The circumstances surrounding the arrest of Newark High School graduate Mohammed Sanogo raise serious concerns that warrant the attention of students at the university. The incident, which unfolded on June 15 less than an hour after Sanogo’s graduation ceremony at the Bob Carpenter Center, has revealed concerning facts that demand a closer examination of the actions and motivations of those involved.
The initial facts are troubling in their own right. Following his graduation, Sanogo prayed with his friends in the parking lot, according to eyewitnesses. After getting in his car and driving away, his tires made a noise that led the University of Delaware Police Department (UDPD) officers to effectuate his arrest. Sanogo was apprehended by officers and charged with resisting arrest and reckless driving.
However, these charges were subsequently dropped, bringing to light some concerning differences between the alleged offenses and what actually occurred.
One of the most disturbing factors is the delay in releasing critical evidence: the police body camera and building video footage that capture Sanogo’s arrest. The footage, released to the public nearly 40 days after the incident, changes the circumstances of the case entirely as a different vehicle, not belonging to Sanogo, is shown driving recklessly in the parking lot.
This pivotal piece of evidence casts serious doubts on the validity of the initial accusations. The withholding of crucial information raises concerns about accountability and transparency within the UDPD.
Another aspect of this case that demands scrutiny is the initial portrayal of Sanogo’s actions. UDPD implied that he was driving recklessly and potentially endangering others in the parking lot. The subsequent information that it was a different vehicle contradicts the initial reports, prompting questions about the motives behind the initial arrest. Was this an innocent misjudgment or something more prejudiced?
The concerns around unequal treatment and racial profiling become especially important in cases like Sanogo’s. Are students of different races and ethnic backgrounds subject to different standards when interacting with the police, and is racial profiling at play?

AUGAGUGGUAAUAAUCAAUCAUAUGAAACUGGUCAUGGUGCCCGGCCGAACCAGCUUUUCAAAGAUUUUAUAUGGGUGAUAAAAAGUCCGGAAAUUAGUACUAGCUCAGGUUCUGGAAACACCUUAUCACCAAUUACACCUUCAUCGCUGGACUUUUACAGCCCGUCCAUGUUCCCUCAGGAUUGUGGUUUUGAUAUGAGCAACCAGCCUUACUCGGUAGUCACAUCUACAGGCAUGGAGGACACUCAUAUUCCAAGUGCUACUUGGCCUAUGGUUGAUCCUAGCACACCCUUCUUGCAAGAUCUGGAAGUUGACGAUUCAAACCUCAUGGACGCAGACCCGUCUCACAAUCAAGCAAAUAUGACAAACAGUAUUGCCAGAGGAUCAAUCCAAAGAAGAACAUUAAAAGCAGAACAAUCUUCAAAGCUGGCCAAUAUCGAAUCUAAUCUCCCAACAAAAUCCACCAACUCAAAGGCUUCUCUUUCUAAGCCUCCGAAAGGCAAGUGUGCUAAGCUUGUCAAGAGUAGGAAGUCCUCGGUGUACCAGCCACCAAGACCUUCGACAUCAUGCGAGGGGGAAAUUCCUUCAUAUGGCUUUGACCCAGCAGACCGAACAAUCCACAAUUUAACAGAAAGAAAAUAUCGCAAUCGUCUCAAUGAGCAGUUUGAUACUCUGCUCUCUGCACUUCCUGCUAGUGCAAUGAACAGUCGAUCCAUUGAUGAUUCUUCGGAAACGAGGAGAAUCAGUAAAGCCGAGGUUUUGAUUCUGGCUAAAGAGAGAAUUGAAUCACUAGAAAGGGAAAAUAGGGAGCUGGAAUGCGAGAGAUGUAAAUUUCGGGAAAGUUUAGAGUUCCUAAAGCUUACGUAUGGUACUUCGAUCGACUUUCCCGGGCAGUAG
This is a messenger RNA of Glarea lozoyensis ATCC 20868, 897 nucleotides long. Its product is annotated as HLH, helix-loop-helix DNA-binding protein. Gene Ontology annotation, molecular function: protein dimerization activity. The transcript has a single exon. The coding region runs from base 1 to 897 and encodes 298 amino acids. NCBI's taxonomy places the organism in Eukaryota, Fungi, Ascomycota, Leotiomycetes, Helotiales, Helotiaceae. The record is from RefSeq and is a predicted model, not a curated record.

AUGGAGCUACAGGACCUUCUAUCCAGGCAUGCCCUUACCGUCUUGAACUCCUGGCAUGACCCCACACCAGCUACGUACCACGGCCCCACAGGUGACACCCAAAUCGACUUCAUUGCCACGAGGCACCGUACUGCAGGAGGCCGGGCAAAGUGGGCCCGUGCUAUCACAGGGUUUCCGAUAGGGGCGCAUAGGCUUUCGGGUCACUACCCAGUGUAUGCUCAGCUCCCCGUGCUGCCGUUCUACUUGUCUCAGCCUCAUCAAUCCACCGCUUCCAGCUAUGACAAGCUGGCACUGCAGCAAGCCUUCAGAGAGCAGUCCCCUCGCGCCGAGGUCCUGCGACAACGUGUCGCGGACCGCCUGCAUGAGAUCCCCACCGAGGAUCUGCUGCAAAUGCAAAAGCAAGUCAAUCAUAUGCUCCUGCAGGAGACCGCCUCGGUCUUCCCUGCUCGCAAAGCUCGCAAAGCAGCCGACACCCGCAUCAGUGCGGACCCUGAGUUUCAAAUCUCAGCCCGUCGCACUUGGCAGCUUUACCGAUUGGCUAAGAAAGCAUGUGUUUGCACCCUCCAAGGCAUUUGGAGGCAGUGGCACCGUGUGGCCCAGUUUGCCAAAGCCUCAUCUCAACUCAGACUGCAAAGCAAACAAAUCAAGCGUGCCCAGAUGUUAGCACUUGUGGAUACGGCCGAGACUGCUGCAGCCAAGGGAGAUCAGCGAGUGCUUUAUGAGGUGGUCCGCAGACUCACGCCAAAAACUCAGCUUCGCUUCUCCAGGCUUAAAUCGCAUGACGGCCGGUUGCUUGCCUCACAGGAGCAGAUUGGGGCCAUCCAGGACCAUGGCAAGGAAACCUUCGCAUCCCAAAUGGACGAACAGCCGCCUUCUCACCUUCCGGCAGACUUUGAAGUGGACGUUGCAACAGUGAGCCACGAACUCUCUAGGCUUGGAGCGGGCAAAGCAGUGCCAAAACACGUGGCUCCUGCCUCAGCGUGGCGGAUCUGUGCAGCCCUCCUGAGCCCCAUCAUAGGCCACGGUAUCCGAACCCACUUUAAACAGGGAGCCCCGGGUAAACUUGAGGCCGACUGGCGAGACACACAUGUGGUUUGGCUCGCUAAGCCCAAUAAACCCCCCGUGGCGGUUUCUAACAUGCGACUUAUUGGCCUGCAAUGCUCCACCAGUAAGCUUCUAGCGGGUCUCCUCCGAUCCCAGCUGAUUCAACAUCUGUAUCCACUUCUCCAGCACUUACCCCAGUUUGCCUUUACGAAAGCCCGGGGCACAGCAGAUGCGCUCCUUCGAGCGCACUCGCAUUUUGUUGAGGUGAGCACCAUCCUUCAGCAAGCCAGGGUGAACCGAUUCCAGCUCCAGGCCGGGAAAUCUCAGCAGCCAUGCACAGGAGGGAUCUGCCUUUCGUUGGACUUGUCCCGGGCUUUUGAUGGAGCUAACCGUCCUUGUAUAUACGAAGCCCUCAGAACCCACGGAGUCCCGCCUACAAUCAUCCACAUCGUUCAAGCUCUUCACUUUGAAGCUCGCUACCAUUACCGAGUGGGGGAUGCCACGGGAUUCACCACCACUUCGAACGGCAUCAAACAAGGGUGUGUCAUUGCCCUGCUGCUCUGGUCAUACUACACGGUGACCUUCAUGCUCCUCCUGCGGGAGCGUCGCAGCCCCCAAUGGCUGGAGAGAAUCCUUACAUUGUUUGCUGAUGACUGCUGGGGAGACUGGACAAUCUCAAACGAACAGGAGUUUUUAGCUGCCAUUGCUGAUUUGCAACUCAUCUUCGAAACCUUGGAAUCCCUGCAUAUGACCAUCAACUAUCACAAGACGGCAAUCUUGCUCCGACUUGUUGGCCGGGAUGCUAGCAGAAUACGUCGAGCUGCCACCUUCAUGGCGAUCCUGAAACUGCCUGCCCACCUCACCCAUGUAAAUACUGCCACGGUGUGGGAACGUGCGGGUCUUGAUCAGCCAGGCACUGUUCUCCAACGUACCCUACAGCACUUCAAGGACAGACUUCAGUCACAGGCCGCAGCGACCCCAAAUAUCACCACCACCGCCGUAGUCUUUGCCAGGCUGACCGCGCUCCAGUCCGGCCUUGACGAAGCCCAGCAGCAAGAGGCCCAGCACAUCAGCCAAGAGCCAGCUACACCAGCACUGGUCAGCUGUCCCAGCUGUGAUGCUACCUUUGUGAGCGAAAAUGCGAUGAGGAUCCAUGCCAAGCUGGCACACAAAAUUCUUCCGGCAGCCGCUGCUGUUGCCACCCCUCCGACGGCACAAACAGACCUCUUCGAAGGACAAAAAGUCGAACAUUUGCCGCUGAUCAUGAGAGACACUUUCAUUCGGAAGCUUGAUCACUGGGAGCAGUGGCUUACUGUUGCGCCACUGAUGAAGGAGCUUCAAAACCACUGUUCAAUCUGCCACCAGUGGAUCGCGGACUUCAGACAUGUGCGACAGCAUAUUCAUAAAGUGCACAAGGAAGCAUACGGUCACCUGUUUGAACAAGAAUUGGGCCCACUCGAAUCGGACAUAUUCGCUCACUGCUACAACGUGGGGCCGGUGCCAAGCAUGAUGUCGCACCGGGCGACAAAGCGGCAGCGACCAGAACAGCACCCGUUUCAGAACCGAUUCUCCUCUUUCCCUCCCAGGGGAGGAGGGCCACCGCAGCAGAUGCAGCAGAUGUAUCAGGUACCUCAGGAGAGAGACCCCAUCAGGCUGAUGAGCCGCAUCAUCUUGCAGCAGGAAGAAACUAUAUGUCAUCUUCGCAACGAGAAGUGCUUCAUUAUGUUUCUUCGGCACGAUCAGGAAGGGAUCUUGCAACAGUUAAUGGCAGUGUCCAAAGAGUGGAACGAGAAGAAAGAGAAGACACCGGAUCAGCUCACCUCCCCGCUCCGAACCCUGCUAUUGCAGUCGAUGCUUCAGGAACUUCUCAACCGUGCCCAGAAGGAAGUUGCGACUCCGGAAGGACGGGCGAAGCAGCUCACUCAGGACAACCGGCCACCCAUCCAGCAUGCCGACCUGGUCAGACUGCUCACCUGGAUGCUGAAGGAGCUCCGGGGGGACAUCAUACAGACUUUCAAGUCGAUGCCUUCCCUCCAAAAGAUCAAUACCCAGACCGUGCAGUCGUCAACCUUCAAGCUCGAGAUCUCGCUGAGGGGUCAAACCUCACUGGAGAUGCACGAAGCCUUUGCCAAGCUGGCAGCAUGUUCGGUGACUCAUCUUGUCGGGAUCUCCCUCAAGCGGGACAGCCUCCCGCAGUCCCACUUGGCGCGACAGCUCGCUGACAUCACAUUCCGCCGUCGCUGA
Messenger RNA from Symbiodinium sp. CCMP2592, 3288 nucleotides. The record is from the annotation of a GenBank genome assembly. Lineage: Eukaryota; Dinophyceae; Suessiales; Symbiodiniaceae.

An important factor to consider is the comparison between the treatment of Sanogo and that of white university students, particularly in situations involving alcohol and reckless behavior on campus, such as students acting recklessly on Main Street and tampering with school property.
Instances of leniency when it comes to the transgressions of white university students begs the question: how much privilege do white university students enjoy when it comes to interactions with the UDPD? Do the university police treat a Black 18-year-old student differently from their white counterparts? The apparent racial and religious undertones of this incident cannot be ignored.
These events have caused the Christina School District school board to vote to no longer hold their graduations on the university’s campus. In fact, school district officials plan to request a refund from the university for the aforementioned graduation ceremony due to the university’s failure to “to provide appropriate and compassionate event security leading to a violent arrest,” according to a statement released by the district.
Another upsetting aspect of this situation is that the university has yet to release a statement of their own directed towards university students discussing the arrest. While they did release a statement that was sent to both Christina School District officials and the Newark Post, the statement does not discuss the motivations behind Sanogo’s arrest or even an apology. Rather, it only states that the UDPD did not act with racial or religious bias.
Sanogo’s aspirations and academic achievements also deserve to be recognized. He is pursuing a degree in rocket science at the University of Maryland and has a remarkable high school GPA exceeding 4.0, which both show that Sanogo is a student with a promising future.
University students must demand answers and accountability in cases like Mohammed Sanogo’s. The university must address these concerns and admit their mistakes in the case of Sanogo’s arrest. University students have an opportunity to reflect on the relationship between the UDPD and the community it serves. The responsibility lies with both the UDPD and the university administration to address the concerns raised by this incident, offering not just explanations, but concrete actions that will prevent these situations from occurring on campus in the future.
The Review’s weekly editorials are written to reflect the majority opinion of The Review’s staff. This week’s editorial was written by Beth Wojciechowski, associate arts and culture editor. She may be reached at firstname.lastname@example.org.